If you’ve worked in the industrial computing industry for any length of time, there is one question that is bound to have come up at one point. “What is an embedded system?” And more importantly, “what is the difference between an embedded system and an ordinary consumer system?”
It’s likely that you’ve even been in a situation where you have had the option to go with a consumer system and an embedded system, both of which had the same I/O, and were left scratching your head as to why the embedded system had the larger price tag. Despite the similarities, there are a few big differences beneath the appearances. And depending on your needs, you may or may not require an embedded system.
What is an embedded system: The number one difference
The word “embedded” in “embedded system” means that it is essentially a system that performs some function which is part of (embedded in) a larger more complex system or machine. There is however, another major aspect to an embedded system that isn’t quite as obvious and that you aren’t likely to find in any dictionary definition because it has more to do with the way they are designed and the parts that go in them.
This major aspect is that embedded systems are made to have a minimum of a 3-5 year lifecycle and often come with a 5-7 year lifecycle. This means that when you design this product into your application, it is going to be available for you to buy and get service on for 3-7 years, depending on the manufacturer. This is normally followed by an opportunity for a last-time-buy which allows you to stock up on the product to meet current demands and allow you time to ease into the new design cycle and find a replacement product. On the other hand, consumer systems have an average lifecycle of 6 months to a year.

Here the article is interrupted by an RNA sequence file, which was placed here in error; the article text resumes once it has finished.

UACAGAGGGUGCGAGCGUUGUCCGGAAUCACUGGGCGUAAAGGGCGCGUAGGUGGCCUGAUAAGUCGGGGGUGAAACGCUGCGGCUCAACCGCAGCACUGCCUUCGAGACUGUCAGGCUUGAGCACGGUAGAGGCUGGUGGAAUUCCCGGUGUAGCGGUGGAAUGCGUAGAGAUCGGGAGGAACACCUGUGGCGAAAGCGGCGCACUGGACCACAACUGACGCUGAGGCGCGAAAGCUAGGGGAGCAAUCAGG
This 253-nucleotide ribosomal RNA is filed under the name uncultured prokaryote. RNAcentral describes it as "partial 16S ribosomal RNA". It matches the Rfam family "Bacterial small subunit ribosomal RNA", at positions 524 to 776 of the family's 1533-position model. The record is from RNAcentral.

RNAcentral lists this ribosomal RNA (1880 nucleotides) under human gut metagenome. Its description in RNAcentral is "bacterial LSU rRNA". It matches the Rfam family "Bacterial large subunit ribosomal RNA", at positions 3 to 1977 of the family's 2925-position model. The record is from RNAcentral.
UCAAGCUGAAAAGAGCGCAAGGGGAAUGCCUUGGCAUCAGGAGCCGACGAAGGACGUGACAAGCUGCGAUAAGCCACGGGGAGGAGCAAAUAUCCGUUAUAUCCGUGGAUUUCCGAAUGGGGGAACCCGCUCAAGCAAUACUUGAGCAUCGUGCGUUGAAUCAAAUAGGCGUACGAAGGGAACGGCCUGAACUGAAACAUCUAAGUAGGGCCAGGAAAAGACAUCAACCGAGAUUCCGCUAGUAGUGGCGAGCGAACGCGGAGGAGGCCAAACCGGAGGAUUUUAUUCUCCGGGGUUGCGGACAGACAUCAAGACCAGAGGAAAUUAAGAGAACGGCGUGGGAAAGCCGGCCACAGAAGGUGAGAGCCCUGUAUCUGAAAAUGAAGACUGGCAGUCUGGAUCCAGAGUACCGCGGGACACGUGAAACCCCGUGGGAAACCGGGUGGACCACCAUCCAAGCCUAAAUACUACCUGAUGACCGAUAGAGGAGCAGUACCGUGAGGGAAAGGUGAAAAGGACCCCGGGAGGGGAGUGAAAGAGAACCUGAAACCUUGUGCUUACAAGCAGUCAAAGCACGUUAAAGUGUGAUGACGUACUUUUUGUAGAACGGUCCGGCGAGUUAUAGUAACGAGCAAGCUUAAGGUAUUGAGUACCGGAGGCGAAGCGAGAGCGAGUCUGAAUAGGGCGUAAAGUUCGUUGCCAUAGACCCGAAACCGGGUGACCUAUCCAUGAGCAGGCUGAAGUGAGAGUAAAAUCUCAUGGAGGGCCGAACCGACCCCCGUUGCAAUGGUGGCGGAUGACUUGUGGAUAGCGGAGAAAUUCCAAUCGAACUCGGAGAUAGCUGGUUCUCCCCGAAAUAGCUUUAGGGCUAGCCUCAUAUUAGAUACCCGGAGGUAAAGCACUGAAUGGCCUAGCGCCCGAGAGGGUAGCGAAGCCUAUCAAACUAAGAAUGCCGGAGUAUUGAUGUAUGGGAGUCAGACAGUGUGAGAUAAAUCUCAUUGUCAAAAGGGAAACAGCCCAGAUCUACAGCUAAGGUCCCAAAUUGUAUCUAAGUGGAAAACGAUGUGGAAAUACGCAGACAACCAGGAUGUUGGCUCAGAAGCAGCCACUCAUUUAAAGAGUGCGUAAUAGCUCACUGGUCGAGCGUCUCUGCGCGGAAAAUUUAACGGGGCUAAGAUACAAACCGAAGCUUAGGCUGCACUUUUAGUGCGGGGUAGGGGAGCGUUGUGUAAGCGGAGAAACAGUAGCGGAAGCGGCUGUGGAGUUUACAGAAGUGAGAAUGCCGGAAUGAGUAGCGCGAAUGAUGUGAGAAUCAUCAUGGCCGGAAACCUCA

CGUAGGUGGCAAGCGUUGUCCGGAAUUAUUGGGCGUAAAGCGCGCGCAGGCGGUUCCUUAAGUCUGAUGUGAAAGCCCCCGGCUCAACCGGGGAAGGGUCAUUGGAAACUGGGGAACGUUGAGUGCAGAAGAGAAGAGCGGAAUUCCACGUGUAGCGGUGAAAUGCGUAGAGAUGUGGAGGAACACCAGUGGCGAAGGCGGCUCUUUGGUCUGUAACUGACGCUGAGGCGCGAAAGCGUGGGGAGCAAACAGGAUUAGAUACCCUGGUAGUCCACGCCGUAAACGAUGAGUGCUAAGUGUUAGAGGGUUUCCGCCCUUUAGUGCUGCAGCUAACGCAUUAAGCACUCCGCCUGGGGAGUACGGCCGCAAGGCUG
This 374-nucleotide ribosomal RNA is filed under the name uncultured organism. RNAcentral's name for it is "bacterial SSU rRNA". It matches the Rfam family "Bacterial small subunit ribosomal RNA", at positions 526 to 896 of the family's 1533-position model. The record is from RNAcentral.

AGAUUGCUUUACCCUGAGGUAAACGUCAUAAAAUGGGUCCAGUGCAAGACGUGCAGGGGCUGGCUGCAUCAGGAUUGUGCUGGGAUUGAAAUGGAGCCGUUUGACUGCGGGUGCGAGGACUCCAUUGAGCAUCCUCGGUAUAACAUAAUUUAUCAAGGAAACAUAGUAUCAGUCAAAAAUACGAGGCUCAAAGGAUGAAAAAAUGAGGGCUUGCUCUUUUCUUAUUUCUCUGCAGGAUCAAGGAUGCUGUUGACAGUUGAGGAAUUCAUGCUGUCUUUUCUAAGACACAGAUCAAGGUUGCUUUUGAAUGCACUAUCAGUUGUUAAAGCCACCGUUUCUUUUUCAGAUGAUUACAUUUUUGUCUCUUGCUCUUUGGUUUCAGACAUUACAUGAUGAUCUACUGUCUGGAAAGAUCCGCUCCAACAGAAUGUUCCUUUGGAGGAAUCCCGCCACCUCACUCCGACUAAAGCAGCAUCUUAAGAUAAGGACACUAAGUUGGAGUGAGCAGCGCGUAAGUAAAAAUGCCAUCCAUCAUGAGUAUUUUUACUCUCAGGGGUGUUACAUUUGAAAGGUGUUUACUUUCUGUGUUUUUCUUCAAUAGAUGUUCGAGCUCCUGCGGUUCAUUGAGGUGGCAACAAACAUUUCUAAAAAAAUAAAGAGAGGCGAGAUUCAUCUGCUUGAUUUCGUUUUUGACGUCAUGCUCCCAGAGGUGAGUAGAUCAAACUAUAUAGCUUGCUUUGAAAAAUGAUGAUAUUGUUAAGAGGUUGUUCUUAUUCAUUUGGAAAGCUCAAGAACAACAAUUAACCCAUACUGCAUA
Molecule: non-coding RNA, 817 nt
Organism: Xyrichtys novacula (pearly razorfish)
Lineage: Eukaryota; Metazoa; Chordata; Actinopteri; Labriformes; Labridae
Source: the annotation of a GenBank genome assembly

Why Embedded Systems Have Long Lifecycles?
Embedded systems have to be around for a long time because the technology that you use today may not be compatible with the technology that is available 6 months to a year from now. There could be different I/O, different expansions, or even slight BIOS or component changes that are incompatible with your current technology. This means that your product will have to undergo another design and testing cycle every time a product goes obsolete. Even if you could cope with constant design cycles, you would also need to cope with the fact that every 6 months you would be adding another type of system to the list of systems that you may have to worry about replacing or repairing in the future. Repairing and replacing these systems can be troublesome when they’re obsolete.
Embedded systems, with their long lifecycles, handle this problem. They do come with a few other benefits, such as 1 on 1 design help behind the scenes and wide temperature reliability, to name a few. But, when it comes down to it, the main difference is in the lifecycle.
Brian Luckman is the President of New Era Electronics. He has worked in the industrial OEM market for over 25 years, serving a variety of different industries, gaining a strong reputation for his expertise and a thorough understanding of how to properly service OEM customers. In 2000 he began New Era Electronics and the company continues to grow. He’s a husband and father and enjoys exploring the outdoors.
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